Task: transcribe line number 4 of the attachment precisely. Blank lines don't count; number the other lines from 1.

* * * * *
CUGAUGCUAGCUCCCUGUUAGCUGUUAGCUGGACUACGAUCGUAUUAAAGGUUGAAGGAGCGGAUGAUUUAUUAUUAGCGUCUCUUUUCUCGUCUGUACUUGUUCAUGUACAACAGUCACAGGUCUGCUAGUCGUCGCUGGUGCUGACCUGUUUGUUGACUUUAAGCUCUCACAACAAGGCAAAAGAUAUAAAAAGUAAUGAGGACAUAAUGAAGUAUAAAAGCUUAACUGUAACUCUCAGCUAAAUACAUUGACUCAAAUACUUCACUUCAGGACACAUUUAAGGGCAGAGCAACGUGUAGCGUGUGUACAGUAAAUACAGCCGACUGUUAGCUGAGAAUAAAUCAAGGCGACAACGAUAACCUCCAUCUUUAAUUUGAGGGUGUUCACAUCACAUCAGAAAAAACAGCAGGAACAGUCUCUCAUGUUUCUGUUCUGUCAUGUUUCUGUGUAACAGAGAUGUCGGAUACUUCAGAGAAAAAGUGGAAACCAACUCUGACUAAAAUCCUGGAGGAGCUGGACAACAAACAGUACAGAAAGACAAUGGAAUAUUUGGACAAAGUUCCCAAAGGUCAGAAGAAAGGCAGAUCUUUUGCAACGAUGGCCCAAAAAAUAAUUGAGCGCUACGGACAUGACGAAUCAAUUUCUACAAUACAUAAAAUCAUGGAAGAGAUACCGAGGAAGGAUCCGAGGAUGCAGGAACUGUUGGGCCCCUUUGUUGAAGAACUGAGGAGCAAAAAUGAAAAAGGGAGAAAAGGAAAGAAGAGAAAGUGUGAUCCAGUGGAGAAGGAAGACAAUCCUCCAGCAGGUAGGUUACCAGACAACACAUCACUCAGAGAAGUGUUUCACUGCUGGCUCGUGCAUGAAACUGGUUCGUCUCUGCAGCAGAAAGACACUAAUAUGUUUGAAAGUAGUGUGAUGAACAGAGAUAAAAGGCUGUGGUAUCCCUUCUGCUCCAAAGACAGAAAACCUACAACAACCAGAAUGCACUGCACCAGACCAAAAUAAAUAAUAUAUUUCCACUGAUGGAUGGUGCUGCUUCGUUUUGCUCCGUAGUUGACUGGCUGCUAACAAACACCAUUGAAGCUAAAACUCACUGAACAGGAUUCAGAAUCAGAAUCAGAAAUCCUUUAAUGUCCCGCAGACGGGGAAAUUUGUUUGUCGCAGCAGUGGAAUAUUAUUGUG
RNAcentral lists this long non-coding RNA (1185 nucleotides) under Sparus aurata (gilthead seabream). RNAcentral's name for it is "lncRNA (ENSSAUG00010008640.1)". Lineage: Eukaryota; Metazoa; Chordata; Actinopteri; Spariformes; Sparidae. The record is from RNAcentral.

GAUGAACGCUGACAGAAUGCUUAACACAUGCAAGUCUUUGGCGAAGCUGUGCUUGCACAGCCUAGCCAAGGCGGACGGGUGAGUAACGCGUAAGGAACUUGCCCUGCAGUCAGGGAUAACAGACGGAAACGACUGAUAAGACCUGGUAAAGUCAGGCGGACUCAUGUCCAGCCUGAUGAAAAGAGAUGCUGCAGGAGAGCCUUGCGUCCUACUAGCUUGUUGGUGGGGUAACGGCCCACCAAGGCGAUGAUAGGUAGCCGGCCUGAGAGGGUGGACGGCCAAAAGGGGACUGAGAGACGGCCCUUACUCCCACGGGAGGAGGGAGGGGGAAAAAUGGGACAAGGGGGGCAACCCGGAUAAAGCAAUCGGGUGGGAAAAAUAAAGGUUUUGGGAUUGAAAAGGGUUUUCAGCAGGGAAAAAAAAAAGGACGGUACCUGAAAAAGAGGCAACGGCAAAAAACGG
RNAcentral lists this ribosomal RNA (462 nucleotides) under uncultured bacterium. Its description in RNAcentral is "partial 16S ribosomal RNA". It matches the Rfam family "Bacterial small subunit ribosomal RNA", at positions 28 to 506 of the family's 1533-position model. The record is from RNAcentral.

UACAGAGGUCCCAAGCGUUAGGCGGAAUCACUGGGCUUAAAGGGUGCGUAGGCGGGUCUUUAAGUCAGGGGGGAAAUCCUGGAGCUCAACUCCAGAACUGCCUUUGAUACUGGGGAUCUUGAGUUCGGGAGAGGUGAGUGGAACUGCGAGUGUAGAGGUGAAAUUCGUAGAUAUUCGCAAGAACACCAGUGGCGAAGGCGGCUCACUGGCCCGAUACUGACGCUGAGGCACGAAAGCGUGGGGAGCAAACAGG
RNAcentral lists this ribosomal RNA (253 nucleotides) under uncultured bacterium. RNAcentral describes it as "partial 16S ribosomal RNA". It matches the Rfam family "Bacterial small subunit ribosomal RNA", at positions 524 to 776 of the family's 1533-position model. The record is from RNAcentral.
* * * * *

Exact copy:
RNAcentral lists this ribosomal RNA (462 nucleotides) under uncultured bacterium. Its description in RNAcentral is "partial 16S ribosomal RNA". It matches the Rfam family "Bacterial small subunit ribosomal RNA", at positions 28 to 506 of the family's 1533-position model. The record is from RNAcentral.